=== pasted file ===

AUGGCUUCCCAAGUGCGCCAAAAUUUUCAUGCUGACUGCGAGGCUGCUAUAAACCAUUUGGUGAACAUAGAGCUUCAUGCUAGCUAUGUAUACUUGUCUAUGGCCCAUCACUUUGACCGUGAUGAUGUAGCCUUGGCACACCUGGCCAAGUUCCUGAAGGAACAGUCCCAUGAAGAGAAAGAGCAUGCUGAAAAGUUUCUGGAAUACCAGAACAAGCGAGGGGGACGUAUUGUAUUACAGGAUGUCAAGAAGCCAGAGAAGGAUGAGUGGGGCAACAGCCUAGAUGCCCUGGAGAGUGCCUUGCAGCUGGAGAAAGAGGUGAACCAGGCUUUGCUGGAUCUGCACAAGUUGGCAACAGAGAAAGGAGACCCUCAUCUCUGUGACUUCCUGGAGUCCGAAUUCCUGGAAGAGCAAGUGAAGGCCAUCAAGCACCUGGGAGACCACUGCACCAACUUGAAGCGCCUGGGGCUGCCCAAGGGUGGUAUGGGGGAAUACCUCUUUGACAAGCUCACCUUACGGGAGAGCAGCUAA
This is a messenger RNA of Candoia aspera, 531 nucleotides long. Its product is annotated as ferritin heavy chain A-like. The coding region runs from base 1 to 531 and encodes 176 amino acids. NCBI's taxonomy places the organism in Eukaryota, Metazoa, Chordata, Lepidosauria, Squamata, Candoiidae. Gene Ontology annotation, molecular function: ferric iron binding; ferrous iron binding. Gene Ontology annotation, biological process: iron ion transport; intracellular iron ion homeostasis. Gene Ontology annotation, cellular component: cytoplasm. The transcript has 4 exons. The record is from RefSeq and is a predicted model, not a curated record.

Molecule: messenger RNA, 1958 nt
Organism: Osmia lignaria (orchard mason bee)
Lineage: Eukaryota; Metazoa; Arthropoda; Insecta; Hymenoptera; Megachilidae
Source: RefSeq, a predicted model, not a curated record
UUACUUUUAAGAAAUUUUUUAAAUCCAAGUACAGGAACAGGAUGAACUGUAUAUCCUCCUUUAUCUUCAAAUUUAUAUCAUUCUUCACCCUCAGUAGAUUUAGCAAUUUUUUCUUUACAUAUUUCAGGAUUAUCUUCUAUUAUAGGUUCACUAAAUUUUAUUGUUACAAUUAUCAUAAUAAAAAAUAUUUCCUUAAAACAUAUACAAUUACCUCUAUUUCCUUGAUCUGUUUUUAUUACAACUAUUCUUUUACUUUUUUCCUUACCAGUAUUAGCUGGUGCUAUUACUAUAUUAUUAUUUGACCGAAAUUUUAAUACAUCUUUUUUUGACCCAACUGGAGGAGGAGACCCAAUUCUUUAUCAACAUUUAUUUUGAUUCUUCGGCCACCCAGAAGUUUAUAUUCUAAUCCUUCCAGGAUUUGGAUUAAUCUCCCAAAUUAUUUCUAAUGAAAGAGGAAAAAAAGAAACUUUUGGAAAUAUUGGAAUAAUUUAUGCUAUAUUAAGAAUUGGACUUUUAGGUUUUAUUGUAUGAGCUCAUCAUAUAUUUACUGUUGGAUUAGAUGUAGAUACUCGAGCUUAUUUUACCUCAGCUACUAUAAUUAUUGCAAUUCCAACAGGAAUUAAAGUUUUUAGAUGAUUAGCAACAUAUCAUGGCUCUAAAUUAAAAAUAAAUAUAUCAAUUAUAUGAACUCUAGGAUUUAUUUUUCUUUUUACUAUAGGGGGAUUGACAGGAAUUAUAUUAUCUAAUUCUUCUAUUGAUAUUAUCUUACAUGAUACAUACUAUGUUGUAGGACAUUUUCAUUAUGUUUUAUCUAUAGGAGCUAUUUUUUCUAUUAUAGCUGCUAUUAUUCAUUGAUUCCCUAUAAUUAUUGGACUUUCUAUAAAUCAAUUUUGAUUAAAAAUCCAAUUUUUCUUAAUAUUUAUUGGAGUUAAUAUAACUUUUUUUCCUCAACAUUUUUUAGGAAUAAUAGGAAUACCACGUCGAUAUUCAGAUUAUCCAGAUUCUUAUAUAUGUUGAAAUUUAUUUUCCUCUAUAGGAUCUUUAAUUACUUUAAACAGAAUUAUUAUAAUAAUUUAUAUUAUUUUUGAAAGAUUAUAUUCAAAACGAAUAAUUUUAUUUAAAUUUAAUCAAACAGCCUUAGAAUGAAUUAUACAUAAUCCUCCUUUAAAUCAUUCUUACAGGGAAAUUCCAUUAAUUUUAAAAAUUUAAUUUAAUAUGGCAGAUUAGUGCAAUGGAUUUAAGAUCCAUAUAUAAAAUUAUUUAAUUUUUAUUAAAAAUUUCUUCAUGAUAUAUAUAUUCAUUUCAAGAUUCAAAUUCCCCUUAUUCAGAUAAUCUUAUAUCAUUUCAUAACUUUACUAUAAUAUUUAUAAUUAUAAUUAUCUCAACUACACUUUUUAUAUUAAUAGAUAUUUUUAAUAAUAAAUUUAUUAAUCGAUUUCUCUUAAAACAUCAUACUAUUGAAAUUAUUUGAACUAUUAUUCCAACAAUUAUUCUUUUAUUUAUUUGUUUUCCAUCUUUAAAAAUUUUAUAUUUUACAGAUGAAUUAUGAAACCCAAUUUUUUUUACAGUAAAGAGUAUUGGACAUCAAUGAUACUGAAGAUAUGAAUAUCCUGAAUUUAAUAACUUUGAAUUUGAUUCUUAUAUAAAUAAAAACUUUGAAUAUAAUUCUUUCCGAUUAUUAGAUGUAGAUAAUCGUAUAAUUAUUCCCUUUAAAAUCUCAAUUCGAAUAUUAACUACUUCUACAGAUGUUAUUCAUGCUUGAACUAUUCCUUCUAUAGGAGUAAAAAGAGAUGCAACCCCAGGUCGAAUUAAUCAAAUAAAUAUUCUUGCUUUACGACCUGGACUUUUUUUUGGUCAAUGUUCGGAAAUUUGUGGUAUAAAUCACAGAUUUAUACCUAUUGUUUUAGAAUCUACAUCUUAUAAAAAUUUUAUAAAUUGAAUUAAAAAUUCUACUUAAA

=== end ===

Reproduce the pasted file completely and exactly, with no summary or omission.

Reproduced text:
AUGGCUUCCCAAGUGCGCCAAAAUUUUCAUGCUGACUGCGAGGCUGCUAUAAACCAUUUGGUGAACAUAGAGCUUCAUGCUAGCUAUGUAUACUUGUCUAUGGCCCAUCACUUUGACCGUGAUGAUGUAGCCUUGGCACACCUGGCCAAGUUCCUGAAGGAACAGUCCCAUGAAGAGAAAGAGCAUGCUGAAAAGUUUCUGGAAUACCAGAACAAGCGAGGGGGACGUAUUGUAUUACAGGAUGUCAAGAAGCCAGAGAAGGAUGAGUGGGGCAACAGCCUAGAUGCCCUGGAGAGUGCCUUGCAGCUGGAGAAAGAGGUGAACCAGGCUUUGCUGGAUCUGCACAAGUUGGCAACAGAGAAAGGAGACCCUCAUCUCUGUGACUUCCUGGAGUCCGAAUUCCUGGAAGAGCAAGUGAAGGCCAUCAAGCACCUGGGAGACCACUGCACCAACUUGAAGCGCCUGGGGCUGCCCAAGGGUGGUAUGGGGGAAUACCUCUUUGACAAGCUCACCUUACGGGAGAGCAGCUAA
This is a messenger RNA of Candoia aspera, 531 nucleotides long. Its product is annotated as ferritin heavy chain A-like. The coding region runs from base 1 to 531 and encodes 176 amino acids. NCBI's taxonomy places the organism in Eukaryota, Metazoa, Chordata, Lepidosauria, Squamata, Candoiidae. Gene Ontology annotation, molecular function: ferric iron binding; ferrous iron binding. Gene Ontology annotation, biological process: iron ion transport; intracellular iron ion homeostasis. Gene Ontology annotation, cellular component: cytoplasm. The transcript has 4 exons. The record is from RefSeq and is a predicted model, not a curated record.

Molecule: messenger RNA, 1958 nt
Organism: Osmia lignaria (orchard mason bee)
Lineage: Eukaryota; Metazoa; Arthropoda; Insecta; Hymenoptera; Megachilidae
Source: RefSeq, a predicted model, not a curated record
UUACUUUUAAGAAAUUUUUUAAAUCCAAGUACAGGAACAGGAUGAACUGUAUAUCCUCCUUUAUCUUCAAAUUUAUAUCAUUCUUCACCCUCAGUAGAUUUAGCAAUUUUUUCUUUACAUAUUUCAGGAUUAUCUUCUAUUAUAGGUUCACUAAAUUUUAUUGUUACAAUUAUCAUAAUAAAAAAUAUUUCCUUAAAACAUAUACAAUUACCUCUAUUUCCUUGAUCUGUUUUUAUUACAACUAUUCUUUUACUUUUUUCCUUACCAGUAUUAGCUGGUGCUAUUACUAUAUUAUUAUUUGACCGAAAUUUUAAUACAUCUUUUUUUGACCCAACUGGAGGAGGAGACCCAAUUCUUUAUCAACAUUUAUUUUGAUUCUUCGGCCACCCAGAAGUUUAUAUUCUAAUCCUUCCAGGAUUUGGAUUAAUCUCCCAAAUUAUUUCUAAUGAAAGAGGAAAAAAAGAAACUUUUGGAAAUAUUGGAAUAAUUUAUGCUAUAUUAAGAAUUGGACUUUUAGGUUUUAUUGUAUGAGCUCAUCAUAUAUUUACUGUUGGAUUAGAUGUAGAUACUCGAGCUUAUUUUACCUCAGCUACUAUAAUUAUUGCAAUUCCAACAGGAAUUAAAGUUUUUAGAUGAUUAGCAACAUAUCAUGGCUCUAAAUUAAAAAUAAAUAUAUCAAUUAUAUGAACUCUAGGAUUUAUUUUUCUUUUUACUAUAGGGGGAUUGACAGGAAUUAUAUUAUCUAAUUCUUCUAUUGAUAUUAUCUUACAUGAUACAUACUAUGUUGUAGGACAUUUUCAUUAUGUUUUAUCUAUAGGAGCUAUUUUUUCUAUUAUAGCUGCUAUUAUUCAUUGAUUCCCUAUAAUUAUUGGACUUUCUAUAAAUCAAUUUUGAUUAAAAAUCCAAUUUUUCUUAAUAUUUAUUGGAGUUAAUAUAACUUUUUUUCCUCAACAUUUUUUAGGAAUAAUAGGAAUACCACGUCGAUAUUCAGAUUAUCCAGAUUCUUAUAUAUGUUGAAAUUUAUUUUCCUCUAUAGGAUCUUUAAUUACUUUAAACAGAAUUAUUAUAAUAAUUUAUAUUAUUUUUGAAAGAUUAUAUUCAAAACGAAUAAUUUUAUUUAAAUUUAAUCAAACAGCCUUAGAAUGAAUUAUACAUAAUCCUCCUUUAAAUCAUUCUUACAGGGAAAUUCCAUUAAUUUUAAAAAUUUAAUUUAAUAUGGCAGAUUAGUGCAAUGGAUUUAAGAUCCAUAUAUAAAAUUAUUUAAUUUUUAUUAAAAAUUUCUUCAUGAUAUAUAUAUUCAUUUCAAGAUUCAAAUUCCCCUUAUUCAGAUAAUCUUAUAUCAUUUCAUAACUUUACUAUAAUAUUUAUAAUUAUAAUUAUCUCAACUACACUUUUUAUAUUAAUAGAUAUUUUUAAUAAUAAAUUUAUUAAUCGAUUUCUCUUAAAACAUCAUACUAUUGAAAUUAUUUGAACUAUUAUUCCAACAAUUAUUCUUUUAUUUAUUUGUUUUCCAUCUUUAAAAAUUUUAUAUUUUACAGAUGAAUUAUGAAACCCAAUUUUUUUUACAGUAAAGAGUAUUGGACAUCAAUGAUACUGAAGAUAUGAAUAUCCUGAAUUUAAUAACUUUGAAUUUGAUUCUUAUAUAAAUAAAAACUUUGAAUAUAAUUCUUUCCGAUUAUUAGAUGUAGAUAAUCGUAUAAUUAUUCCCUUUAAAAUCUCAAUUCGAAUAUUAACUACUUCUACAGAUGUUAUUCAUGCUUGAACUAUUCCUUCUAUAGGAGUAAAAAGAGAUGCAACCCCAGGUCGAAUUAAUCAAAUAAAUAUUCUUGCUUUACGACCUGGACUUUUUUUUGGUCAAUGUUCGGAAAUUUGUGGUAUAAAUCACAGAUUUAUACCUAUUGUUUUAGAAUCUACAUCUUAUAAAAAUUUUAUAAAUUGAAUUAAAAAUUCUACUUAAA